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Musseling in

by Tom Morton -

Musseling in: The £1.7 million Stepping Stone mussel hatchery project in Shetland is showing encouraging results, and land-bred spat is now at sea.

It takes three years for Mytilus Edulis, that tasty mollusc, to grow to a size where it can be eaten, satisfactorily, and it seems a straightforward process: you just put some ropes in seawater and hope for the best. Don’t you?

Well, there’s a bit more to it, says Michael Tait, owner of Shetland Mussels, which produces over 2000 tonnes of mussels each year.

“That’s what we did when we first started,” he said. “We just put ropes in all the sites to try and catch spat. But we found that if we focus our efforts in certain areas we got more success, and that’s helped in building the industry to the point where well over 6000 tones of mussels came out of Shetland last year.”

In places like Spain and Holland, mussel spat is harvested from the wild and used as seed. Commercial hatcheries for salt water mussels are rare, but things are changing. Michael chairs the Stepping Stone Project at Shetland’s NAFC Marine Centre, part of the University of the Highlands and Islands. It’s a £1.7m attempt to establish a commercial mussel hatchery for the Scottish industry, and last October the first land-bred spat were taken offshore. Through the depths of a Shetland winter, they’ve been growing, slowly.

“They’re in the sea and marginally larger than when they went in, “ said Michael. “They’ll take two more summers to get to market size.”

But this is an important step towards ensuring the industry can cope with any accident of nature in the future:

“There is easily the chance at the moment that we could have a season of very poor spat falls and that industry tonnage could come tumbling back down. So we want to be ahead of that problem, and that’s why we’re working so hard in this area. We are hoping to begin the new spawning work in March at the NAFC and will hopefully be able to improve on our survival levels and get more reliable with the process. We have been able to secure some helpful SIC funding to cover come parallel trials so we can learn faster and we are looking forward to seeing many more batches going to sea this year.”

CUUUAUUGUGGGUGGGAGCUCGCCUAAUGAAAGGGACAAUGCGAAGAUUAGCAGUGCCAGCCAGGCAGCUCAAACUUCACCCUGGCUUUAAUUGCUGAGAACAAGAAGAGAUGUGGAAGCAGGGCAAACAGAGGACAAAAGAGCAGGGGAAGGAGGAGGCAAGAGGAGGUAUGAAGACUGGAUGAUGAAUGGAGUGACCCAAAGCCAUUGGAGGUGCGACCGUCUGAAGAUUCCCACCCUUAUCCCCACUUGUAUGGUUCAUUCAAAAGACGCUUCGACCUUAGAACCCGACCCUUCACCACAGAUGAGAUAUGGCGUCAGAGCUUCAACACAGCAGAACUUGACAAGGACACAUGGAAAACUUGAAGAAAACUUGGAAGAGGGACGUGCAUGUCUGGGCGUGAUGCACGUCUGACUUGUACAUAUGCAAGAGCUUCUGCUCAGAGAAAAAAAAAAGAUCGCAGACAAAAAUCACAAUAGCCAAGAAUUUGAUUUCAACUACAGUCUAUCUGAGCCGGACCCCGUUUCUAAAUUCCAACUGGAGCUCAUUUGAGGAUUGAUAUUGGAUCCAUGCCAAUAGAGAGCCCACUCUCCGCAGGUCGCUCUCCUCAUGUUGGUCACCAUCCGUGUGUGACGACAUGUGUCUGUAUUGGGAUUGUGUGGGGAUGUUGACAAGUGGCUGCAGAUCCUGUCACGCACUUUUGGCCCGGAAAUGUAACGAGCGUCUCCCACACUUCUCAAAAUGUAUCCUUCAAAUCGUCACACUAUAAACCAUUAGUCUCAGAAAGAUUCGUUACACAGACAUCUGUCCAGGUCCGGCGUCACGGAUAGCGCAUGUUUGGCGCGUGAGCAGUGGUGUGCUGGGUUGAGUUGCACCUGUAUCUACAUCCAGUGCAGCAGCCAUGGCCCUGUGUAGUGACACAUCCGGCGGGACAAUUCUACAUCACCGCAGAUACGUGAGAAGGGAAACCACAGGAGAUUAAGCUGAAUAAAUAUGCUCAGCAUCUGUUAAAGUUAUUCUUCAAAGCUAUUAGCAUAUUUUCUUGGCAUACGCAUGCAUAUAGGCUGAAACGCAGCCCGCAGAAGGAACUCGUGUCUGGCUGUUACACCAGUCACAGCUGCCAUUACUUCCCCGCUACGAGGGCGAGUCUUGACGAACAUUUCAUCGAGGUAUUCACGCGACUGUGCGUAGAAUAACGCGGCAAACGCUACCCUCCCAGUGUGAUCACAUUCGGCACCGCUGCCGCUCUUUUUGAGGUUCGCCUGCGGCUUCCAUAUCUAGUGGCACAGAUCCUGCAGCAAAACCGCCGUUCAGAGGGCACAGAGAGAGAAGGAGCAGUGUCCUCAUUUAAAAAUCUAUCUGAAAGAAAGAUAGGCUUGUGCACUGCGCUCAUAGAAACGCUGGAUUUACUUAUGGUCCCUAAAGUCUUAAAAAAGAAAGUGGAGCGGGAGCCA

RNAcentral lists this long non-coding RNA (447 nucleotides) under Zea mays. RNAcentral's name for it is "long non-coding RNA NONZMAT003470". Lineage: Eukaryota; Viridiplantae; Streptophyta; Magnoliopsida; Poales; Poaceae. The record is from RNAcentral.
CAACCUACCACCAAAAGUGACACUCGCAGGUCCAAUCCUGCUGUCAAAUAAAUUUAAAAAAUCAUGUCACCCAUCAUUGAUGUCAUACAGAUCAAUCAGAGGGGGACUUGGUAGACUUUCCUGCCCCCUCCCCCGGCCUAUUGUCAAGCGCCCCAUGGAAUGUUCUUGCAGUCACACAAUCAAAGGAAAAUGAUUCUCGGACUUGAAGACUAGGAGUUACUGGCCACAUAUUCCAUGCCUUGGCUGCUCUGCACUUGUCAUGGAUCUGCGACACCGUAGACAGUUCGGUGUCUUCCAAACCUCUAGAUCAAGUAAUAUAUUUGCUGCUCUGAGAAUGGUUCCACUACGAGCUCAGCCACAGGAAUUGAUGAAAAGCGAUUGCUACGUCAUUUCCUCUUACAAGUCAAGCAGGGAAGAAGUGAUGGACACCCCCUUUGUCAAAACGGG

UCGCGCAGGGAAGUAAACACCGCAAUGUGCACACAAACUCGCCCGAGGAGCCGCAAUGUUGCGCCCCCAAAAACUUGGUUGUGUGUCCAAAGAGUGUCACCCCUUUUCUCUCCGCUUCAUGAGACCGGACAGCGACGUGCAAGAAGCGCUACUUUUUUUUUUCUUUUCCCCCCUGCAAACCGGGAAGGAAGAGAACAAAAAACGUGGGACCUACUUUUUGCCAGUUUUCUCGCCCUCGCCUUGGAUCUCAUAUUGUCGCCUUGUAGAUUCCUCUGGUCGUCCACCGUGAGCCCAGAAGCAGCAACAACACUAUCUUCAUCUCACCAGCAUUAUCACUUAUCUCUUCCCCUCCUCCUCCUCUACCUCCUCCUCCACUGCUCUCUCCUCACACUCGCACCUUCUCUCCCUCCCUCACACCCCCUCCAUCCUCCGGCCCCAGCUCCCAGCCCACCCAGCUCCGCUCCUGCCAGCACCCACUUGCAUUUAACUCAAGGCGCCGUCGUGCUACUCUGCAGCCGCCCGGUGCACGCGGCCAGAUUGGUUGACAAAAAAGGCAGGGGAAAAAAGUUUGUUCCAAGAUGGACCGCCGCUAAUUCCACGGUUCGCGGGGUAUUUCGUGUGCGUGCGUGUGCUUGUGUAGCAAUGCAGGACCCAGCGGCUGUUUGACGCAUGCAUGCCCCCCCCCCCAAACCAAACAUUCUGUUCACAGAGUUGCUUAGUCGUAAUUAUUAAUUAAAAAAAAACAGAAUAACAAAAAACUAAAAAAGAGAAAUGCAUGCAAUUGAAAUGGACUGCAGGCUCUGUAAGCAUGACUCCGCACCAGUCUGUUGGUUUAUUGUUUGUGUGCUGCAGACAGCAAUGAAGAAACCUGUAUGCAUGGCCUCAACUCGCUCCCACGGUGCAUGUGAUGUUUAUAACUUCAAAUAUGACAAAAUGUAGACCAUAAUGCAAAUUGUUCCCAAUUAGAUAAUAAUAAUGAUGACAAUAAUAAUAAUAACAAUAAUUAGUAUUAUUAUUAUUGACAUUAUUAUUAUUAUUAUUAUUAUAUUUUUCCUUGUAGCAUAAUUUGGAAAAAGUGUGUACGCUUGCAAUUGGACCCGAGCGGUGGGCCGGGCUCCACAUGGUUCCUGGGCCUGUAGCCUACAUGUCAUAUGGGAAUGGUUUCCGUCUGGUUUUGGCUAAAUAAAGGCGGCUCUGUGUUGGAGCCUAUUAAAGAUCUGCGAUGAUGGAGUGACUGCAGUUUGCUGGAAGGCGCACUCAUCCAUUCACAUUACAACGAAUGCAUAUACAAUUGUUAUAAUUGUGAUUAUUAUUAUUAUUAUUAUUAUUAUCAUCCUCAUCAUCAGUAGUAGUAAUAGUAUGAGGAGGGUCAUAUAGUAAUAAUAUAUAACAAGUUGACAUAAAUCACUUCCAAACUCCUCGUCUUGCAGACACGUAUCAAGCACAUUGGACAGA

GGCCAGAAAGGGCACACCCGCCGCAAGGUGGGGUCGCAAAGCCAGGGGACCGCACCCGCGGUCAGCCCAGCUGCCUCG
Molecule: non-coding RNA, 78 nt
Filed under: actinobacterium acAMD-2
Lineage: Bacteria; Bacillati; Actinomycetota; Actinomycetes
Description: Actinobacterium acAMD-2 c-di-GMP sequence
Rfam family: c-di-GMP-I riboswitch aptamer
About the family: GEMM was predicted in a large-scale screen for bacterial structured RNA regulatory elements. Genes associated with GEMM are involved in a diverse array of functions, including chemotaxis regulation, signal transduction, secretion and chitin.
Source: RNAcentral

They'll take two more summers to get to market size

Daniel Cowing is project manager for Stepping Stone, and agrees that the hatchery solution is essential to future development:

“Using hatchery spat you’re able to have a bit more continuity and a bit more control over the process.”

Funded by Highlands and Islands Enterprise, the Scottish Aquaculture Innovation Centre, the Scottish Government and the European Maritime and Fisheries Fund, the project has been running for 16 months.
“With any research and development project there’s an element of the unknown and that’s what we’ve found,” says Daniel. “We’ve certainly come a long way. We’ve learnt a lot more about the animal itself, and we keep picking up key behaviours which really seem very important in keeping the larvae developing through to the spat stage. We keep on learning and we’re very optimistic for next year.”

The project’s findings and technology will be available to the entire Scottish industry, and the end result could be the establishment of either a central Scottish hatchery or several regional ones. Adding mussel capability onto oyster hatcheries would be possible, as this technology is already widely established in the UK.

“We want to move onto the commercial scale,” says Michael, “producing sufficient seed mussels for several thousand tones of output, and a big part is having a business plan that sees this move towards a commercial solution. The Scottish Seafood Marketing Group (of which Shetland Mussels is a part) and the NAFC could be part of the solution, we don’t know yet. But ultimately the door will be open for other people to take the lessons we’ve learned on and develop them.”

Shetland Mussels started in 1997 as a diversification from the salmon farm Michael’s father had established a decade earlier. The other major mussel producer in Shetland is Blueshell, based in the North Mainland, which started in 1997 and has grown into one of the major European suppliers.

“The mussel industry in Scotland overall is getting up to around 10,000 tons a year now,” said Michael, “with Shetland doing up to 75-76 per cent of that. Our output in Shetland has been growing between five and ten percent a year over the past two decades.” And there is capacity for growth. Hopefully people would agree that it’s a pretty sustainable way of growing food.”
And the mussel hatchery project aims to add more consistency and reliability to sustainable industry
“Reliability is the key driver, it’s about resilience for the industry. And even if we only reach that step, then that’s enough, the project is a success.

NAFC Marine Centre, University of the Highlands and Islands:

Shetland Mussels Ltd:

Blueshell Mussels:

Using hatchery spat you’re able to have a bit more continuity and a bit more control over the process.

Posted in: Renewables

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